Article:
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  3. AcWxRadar

    AcWxRadar SatelliteGuys Family
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    Bplaney,

    Welcome to SatelliteGuys forum! Great to have you join us!

    There may be a lot of information to cover to get you up to speed in this FTA endeavor, but it is really quite simple in the overall situation, once you learn some of the basic foundation principles.
    Judging from the types of channels that you think you might be interested in, FTA satellite TV might be right up your alley. Free OTA TV might also be a good option to consider as well and both options can be combined for quite a great selection of TV and radio channels.

    Basics for FTA satellite are: You set up a plumb mast, attach a dish and maybe a motor, attach a LNBF (Low Noise Block Downconverter with Feedhorn). Run an RG-6 coaxial cable back into the home and connect it to a FTA receiver and program the receiver for the individual satellites that offer the channels that you want. Align the dish and motor and scan the channels. Then you are off and running. This is the very basic explanation of what we do. Obviously, there are more details involved in this process, but I think you can see the simplicity in the overall scope.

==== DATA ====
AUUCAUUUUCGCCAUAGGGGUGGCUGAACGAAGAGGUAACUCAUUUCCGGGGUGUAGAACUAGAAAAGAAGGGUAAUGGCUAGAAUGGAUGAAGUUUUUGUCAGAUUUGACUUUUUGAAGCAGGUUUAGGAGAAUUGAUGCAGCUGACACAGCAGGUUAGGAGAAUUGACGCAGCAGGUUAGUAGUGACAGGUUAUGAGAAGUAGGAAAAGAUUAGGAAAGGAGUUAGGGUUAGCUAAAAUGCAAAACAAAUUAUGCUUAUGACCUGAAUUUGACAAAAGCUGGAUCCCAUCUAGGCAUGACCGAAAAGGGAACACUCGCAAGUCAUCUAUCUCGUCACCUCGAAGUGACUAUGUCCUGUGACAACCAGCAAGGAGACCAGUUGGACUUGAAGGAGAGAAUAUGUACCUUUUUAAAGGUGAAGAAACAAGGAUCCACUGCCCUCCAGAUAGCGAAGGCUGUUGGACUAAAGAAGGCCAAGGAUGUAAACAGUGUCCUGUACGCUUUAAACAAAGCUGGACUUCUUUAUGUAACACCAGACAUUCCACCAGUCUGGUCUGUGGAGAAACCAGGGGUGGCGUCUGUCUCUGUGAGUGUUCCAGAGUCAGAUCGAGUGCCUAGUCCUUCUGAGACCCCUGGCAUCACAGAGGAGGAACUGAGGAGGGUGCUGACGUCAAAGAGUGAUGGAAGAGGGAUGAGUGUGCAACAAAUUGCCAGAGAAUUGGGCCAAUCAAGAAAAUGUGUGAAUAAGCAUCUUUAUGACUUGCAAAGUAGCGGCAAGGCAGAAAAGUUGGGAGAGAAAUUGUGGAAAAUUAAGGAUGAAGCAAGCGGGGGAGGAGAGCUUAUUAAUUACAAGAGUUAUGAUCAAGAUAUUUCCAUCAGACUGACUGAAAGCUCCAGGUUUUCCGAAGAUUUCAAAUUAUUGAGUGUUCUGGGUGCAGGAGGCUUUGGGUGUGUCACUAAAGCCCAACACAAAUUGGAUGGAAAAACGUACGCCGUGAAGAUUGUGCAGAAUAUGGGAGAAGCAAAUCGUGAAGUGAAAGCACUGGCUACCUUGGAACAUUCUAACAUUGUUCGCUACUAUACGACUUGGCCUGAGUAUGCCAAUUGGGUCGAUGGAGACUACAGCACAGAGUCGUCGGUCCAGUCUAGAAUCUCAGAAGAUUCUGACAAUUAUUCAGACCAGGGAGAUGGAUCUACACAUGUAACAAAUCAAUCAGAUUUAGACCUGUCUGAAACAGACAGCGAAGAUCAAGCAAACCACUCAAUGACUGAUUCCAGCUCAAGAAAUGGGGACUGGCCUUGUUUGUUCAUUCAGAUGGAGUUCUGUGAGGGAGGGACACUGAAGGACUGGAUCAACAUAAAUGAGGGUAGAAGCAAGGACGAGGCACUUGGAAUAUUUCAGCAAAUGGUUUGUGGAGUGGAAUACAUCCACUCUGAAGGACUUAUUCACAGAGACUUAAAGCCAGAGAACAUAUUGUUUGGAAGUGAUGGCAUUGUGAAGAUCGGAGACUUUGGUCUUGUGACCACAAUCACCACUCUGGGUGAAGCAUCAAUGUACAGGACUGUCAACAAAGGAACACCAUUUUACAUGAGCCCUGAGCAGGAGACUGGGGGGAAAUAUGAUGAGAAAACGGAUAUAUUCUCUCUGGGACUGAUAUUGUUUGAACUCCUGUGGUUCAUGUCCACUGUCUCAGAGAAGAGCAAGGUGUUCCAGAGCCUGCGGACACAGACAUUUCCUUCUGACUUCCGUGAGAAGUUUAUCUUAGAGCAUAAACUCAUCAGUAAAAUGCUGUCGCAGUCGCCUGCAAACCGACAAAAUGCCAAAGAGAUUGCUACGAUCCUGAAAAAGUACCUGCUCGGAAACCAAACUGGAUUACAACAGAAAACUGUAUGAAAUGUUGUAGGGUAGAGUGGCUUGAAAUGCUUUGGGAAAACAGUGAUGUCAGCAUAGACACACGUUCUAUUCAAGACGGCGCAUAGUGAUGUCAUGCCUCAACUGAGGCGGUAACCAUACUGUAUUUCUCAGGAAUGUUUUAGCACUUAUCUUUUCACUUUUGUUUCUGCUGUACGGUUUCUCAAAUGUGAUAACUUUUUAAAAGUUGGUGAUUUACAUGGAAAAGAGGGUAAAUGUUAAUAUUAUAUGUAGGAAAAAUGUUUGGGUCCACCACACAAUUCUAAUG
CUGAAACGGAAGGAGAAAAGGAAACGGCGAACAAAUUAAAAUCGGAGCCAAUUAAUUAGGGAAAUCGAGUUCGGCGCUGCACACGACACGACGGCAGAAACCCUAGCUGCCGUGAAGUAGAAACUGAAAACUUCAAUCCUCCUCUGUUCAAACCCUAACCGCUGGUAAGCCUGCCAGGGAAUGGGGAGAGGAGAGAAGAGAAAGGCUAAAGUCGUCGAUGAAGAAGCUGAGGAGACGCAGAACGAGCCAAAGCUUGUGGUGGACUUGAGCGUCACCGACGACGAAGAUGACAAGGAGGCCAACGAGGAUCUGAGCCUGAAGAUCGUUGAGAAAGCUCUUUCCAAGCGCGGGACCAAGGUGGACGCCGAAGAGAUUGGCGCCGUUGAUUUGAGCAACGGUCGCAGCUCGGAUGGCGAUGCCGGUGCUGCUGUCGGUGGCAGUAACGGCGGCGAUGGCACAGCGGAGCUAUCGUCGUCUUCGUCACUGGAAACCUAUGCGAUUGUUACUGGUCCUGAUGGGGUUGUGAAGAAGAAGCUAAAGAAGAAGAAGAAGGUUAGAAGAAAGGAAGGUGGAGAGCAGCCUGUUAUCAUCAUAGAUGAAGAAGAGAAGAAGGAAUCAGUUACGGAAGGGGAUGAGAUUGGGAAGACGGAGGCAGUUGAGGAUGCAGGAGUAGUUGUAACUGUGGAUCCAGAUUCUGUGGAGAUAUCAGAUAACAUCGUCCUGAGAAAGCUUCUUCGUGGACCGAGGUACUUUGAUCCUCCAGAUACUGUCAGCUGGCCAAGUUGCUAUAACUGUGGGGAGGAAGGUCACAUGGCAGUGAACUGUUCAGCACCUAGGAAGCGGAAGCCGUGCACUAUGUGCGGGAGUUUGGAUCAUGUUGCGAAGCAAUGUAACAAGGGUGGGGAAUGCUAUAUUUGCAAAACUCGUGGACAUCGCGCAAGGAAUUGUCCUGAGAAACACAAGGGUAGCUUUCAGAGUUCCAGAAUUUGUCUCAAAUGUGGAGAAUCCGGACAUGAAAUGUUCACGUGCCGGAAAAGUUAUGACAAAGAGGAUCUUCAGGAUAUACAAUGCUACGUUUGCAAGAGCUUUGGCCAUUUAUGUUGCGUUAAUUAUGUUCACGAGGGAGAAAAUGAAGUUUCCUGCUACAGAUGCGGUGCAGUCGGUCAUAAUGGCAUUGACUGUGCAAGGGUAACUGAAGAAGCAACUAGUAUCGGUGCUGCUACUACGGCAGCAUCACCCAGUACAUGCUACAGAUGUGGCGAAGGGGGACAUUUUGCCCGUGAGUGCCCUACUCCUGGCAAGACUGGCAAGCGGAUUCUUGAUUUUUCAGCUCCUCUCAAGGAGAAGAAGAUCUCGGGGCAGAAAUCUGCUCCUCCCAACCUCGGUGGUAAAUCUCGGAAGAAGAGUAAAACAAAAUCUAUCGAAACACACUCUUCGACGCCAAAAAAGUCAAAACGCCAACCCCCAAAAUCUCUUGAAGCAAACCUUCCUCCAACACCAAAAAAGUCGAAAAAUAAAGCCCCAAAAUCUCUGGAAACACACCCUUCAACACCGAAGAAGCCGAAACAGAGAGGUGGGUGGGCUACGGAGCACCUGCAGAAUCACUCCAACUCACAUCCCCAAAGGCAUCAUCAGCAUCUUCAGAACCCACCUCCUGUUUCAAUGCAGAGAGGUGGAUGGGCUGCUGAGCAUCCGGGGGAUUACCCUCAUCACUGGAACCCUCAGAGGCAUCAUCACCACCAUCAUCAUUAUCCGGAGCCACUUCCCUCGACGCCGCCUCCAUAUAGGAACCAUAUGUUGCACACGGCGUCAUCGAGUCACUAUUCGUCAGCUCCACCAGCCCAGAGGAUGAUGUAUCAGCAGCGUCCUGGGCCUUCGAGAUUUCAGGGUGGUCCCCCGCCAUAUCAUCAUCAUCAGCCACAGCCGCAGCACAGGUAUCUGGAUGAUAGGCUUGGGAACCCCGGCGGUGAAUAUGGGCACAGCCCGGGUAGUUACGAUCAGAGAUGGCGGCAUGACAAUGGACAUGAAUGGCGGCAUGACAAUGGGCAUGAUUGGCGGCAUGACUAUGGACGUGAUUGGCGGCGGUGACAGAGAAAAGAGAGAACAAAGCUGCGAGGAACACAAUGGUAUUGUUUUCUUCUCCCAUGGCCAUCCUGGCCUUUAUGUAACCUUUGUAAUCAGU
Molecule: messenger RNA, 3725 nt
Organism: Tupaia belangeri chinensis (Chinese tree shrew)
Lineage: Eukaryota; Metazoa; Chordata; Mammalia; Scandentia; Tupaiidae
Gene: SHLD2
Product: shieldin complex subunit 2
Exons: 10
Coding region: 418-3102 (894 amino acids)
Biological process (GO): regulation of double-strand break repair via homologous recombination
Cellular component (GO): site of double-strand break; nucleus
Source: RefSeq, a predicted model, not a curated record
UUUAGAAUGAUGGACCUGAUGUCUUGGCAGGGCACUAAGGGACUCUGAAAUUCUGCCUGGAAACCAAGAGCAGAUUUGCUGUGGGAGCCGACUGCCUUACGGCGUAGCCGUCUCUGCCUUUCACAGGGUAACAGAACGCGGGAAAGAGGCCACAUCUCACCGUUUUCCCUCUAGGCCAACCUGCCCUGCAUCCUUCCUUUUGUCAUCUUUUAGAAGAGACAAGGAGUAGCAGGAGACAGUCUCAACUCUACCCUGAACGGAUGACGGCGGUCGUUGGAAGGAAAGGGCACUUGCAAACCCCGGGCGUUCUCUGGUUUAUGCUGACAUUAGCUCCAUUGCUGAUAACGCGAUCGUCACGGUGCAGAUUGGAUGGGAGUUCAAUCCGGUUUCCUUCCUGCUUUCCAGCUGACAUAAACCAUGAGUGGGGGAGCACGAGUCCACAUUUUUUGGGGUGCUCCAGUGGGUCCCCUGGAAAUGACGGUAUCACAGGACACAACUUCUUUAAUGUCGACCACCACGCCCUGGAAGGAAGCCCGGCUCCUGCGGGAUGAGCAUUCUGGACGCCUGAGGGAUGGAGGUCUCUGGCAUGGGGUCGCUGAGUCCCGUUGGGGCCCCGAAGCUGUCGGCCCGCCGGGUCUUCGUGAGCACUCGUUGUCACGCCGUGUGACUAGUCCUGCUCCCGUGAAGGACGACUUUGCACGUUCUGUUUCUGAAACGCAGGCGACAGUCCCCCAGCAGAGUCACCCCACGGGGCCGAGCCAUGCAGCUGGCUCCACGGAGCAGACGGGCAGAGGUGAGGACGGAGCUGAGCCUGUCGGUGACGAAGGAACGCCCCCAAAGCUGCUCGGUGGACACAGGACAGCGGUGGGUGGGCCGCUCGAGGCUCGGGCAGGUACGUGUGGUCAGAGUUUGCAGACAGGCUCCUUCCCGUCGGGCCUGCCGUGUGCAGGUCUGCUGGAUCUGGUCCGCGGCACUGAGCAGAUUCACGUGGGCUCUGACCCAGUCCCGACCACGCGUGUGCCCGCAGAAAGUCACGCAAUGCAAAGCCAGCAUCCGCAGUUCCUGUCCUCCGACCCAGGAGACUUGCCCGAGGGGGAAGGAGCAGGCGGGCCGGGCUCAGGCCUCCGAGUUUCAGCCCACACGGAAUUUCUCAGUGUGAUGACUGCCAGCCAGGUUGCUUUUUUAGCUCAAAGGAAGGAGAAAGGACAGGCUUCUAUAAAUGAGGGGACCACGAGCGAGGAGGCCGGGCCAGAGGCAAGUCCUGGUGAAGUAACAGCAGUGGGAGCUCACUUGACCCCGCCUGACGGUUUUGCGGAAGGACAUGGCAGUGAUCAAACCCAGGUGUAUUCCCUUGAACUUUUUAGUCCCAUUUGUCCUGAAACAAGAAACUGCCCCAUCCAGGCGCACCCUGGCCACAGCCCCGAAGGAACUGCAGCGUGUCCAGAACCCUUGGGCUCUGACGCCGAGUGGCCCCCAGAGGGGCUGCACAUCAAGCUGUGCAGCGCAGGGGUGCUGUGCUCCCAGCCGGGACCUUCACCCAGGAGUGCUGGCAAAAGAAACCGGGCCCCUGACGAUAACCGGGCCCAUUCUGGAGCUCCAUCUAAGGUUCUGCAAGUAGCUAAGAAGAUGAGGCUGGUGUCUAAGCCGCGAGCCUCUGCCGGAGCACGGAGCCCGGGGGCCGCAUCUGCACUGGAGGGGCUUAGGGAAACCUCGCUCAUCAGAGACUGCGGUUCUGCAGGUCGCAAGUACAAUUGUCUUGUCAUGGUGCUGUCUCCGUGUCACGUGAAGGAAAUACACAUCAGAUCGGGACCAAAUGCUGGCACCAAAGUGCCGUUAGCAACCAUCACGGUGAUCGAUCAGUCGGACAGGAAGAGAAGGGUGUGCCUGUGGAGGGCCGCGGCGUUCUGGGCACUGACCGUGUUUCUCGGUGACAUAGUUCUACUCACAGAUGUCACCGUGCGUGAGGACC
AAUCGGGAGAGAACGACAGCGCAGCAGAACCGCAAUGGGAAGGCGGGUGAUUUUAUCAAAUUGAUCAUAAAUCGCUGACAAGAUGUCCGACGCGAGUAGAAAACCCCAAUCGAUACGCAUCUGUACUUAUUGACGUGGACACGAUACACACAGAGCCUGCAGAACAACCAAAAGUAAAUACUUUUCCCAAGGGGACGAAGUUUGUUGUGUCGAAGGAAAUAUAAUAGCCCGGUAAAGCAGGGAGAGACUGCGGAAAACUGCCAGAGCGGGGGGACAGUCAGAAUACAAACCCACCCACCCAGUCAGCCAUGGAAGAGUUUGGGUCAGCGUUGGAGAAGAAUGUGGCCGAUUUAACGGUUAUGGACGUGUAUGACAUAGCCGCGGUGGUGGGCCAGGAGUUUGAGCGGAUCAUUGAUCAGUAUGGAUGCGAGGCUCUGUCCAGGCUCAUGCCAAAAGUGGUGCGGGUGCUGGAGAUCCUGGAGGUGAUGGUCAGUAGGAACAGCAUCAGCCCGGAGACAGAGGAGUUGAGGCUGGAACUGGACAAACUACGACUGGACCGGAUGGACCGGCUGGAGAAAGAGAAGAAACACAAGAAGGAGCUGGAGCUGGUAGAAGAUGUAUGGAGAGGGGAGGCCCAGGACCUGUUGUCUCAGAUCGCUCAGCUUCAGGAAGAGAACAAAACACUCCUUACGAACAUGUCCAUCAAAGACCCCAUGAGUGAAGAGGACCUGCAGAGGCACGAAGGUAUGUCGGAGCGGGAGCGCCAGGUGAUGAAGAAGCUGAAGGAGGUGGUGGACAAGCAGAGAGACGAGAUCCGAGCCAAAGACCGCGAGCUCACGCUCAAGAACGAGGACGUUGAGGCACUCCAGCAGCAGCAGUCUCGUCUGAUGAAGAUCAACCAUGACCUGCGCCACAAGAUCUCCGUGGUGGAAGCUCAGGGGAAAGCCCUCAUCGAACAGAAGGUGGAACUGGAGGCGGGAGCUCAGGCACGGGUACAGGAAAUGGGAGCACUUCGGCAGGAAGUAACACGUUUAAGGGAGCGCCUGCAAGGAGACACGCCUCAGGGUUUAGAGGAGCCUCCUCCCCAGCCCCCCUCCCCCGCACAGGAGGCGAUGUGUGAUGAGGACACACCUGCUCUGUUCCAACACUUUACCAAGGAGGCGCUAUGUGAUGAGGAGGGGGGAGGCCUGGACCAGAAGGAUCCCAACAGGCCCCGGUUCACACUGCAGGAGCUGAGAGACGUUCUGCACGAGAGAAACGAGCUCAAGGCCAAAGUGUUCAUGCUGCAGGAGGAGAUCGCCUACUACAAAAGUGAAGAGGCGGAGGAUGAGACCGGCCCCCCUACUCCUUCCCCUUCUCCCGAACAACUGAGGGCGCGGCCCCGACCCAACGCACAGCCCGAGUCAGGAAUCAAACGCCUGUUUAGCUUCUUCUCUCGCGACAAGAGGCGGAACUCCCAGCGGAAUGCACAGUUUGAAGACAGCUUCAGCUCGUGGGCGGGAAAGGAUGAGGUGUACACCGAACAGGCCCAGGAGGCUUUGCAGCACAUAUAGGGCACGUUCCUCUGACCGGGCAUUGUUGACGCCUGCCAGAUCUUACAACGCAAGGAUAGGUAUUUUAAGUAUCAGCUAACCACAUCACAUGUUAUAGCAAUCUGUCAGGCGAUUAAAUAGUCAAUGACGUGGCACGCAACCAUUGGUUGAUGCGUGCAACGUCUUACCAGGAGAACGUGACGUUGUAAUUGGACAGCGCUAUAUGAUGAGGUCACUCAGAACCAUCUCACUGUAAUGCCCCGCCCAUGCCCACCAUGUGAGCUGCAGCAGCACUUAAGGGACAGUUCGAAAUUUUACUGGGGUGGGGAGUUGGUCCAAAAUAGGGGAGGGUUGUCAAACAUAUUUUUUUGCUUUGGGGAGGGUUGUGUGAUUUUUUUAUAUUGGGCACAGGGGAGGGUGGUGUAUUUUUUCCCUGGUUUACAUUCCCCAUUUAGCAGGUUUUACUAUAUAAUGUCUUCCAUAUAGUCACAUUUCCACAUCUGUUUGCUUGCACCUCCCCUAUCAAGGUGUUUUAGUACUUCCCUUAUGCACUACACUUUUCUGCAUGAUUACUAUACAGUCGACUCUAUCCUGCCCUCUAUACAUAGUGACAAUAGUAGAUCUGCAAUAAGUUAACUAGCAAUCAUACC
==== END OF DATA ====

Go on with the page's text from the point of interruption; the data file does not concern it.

FTA satellite TV is more of a HOBBY for a person who just likes to tinker and has the knowledge of even just the basics of electronics and mechanics/physics and a little bit of computer background.
    You do not need to be a wizard at any of these items in order to accomplish access to a great deal of specialty channels and programming.